Another way is to paint the steps first and then put 2 tbsp of soft sand on top of them.
Try not to use more sand than this in either case. If you exceed 2 tbsp of sand, it’ll increase the grittiness of the benches and steps of your pool. The sand particles will rub against your wet skin and cause you a great deal of pain.
Paint bubbles could form on the pool surface if it wasn’t prepared the right way first. This doesn’t necessarily mean the entire surface needs to be repainted. It depends on the severity of the situation.
This is the reason why pool surfaces must be cleaned and dried before applying paint. If you don’t do these things, then bubbles will form for sure after you paint. Sometimes a hot surface or a thick application of the paint can cause blistering and bubbling too.
In any case, try repairing these bubbly areas of the pool and then repainting over them. But if you notice any stains or fading of the walls in addition to the bubbles, then you might as well repaint the whole surface of the pool.
Try to avoid painting your pool in the mid-summer because the surface heat causes blisters in the paint. It is better to wait for cooler temperatures during autumn or possibly the early winter if the weather is cool and dry.
Imbalanced pool chemistry can cause chalky paint. This happens when the alkalinity level or pH level of your pool water is not balanced. Either you’re not using enough chemicals, or you’re using too many chemicals, and it’s causing the pool paint to wear away and become chalky. In other words, the surface will have a powdery white residue on it. The residue will easily get onto your bathing suit, hands, feet, and anywhere else that is exposed to it.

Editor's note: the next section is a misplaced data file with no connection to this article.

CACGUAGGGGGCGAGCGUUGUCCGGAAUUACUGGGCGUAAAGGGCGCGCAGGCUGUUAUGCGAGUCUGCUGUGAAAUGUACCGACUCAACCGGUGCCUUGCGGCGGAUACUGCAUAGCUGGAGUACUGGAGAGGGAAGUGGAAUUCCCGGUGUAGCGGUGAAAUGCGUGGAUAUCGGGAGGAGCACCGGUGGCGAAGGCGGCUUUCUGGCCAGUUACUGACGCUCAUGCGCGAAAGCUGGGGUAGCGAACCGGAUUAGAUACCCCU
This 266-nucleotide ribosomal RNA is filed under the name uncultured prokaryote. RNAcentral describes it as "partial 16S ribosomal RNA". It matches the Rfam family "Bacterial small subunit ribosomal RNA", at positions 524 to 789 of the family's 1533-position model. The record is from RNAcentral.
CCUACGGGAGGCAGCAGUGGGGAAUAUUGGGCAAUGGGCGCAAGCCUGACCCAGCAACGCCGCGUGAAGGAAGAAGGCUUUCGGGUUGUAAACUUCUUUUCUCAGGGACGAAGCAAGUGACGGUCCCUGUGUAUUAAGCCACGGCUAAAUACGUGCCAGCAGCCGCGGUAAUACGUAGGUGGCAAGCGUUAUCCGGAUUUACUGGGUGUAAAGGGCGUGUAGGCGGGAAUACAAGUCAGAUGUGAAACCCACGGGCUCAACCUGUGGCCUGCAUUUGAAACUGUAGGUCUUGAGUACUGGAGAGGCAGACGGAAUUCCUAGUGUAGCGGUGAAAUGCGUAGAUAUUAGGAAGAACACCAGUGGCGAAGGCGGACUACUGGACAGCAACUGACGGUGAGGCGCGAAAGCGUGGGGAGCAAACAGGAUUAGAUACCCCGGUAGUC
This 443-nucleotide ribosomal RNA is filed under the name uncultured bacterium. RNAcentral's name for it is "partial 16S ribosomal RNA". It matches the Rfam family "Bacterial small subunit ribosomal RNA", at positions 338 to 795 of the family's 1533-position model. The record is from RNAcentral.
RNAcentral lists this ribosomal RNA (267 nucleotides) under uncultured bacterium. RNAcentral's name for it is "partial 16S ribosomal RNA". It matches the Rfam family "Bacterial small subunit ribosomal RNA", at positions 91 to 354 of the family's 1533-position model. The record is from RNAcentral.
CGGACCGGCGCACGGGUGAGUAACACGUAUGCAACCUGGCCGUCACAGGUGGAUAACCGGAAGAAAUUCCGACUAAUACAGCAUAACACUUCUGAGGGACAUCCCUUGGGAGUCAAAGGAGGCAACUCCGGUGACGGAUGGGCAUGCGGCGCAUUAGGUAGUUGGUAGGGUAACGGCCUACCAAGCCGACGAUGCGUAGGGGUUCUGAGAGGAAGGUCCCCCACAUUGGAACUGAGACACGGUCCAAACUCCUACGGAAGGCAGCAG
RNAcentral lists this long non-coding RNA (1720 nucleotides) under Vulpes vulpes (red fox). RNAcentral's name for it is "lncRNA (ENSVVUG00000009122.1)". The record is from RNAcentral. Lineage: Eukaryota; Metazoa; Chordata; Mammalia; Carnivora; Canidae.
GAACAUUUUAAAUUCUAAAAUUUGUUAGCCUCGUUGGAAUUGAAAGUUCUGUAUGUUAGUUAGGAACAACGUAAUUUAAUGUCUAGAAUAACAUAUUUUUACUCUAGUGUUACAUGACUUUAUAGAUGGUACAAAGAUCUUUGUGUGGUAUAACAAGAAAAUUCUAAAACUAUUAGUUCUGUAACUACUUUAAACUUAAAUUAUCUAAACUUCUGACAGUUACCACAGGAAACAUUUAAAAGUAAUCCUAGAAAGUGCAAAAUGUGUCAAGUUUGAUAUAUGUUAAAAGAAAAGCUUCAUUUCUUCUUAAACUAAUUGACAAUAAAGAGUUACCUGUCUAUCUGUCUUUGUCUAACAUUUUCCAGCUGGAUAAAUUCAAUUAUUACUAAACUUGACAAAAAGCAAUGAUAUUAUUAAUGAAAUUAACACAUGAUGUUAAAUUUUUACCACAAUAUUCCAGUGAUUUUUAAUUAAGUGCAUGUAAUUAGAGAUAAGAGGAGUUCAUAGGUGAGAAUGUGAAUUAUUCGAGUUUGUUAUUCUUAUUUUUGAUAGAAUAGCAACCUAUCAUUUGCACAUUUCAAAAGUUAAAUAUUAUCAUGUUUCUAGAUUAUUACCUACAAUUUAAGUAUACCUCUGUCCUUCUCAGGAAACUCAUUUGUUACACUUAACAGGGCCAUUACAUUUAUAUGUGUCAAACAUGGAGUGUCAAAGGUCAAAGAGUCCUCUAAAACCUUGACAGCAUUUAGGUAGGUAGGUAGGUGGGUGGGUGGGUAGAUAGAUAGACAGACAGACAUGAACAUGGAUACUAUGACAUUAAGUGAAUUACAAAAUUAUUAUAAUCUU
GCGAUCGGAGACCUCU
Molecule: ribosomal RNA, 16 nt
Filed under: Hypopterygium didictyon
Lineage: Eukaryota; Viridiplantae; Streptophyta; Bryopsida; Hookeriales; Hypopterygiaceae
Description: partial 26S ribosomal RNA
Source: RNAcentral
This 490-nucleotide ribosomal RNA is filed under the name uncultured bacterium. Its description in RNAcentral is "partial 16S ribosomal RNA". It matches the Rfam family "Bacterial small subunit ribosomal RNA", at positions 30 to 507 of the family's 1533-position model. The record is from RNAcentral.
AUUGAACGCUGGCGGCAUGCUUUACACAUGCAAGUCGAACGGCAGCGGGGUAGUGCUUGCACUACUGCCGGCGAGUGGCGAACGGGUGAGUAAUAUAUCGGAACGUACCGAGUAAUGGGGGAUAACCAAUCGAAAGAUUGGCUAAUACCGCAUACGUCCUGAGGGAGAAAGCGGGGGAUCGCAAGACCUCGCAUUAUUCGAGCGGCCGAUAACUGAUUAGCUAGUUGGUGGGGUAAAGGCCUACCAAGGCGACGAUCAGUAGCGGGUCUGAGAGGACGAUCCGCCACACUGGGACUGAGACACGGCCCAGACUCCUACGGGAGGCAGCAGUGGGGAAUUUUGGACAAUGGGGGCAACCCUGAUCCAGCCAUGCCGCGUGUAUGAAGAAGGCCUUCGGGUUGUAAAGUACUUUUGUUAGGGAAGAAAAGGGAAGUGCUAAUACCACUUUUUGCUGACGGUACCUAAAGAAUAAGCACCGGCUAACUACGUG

You can try shocking the pool, but that probably won’t get rid of the haziness in the water. If you add calcium hypochlorite, that could make the chalking worse. In this case, you’ll have no choice but to repaint the pool. After you do that, keep the water chemistry balanced this time so that chalking doesn’t happen again.
There are two main types of pool paint. They are as follows:
1) Epoxy Paint
2) Acrylic Paint (Water-based)
Are you overwhelmed by all this? Are you unclear about how to drain the water out of your pool before painting it? Perhaps you don’t have the time or confidence to do the job? If any of these situations apply to you, then call a professional pool painter to ensure the job gets done right. It’ll cost you more money for materials and labor, but at least you’ll know that mistakes won’t be made.
After your pool has been painted, you will be so happy with yourself and what you’ve accomplished. What seemed impossible at first was finally done! That is how you will feel.
If you understand the different paint types and the kind of pool surface that you have, then it is easy to choose the right pool paint. As soon as you see the warning signs that a paint job is warranted, get started immediately.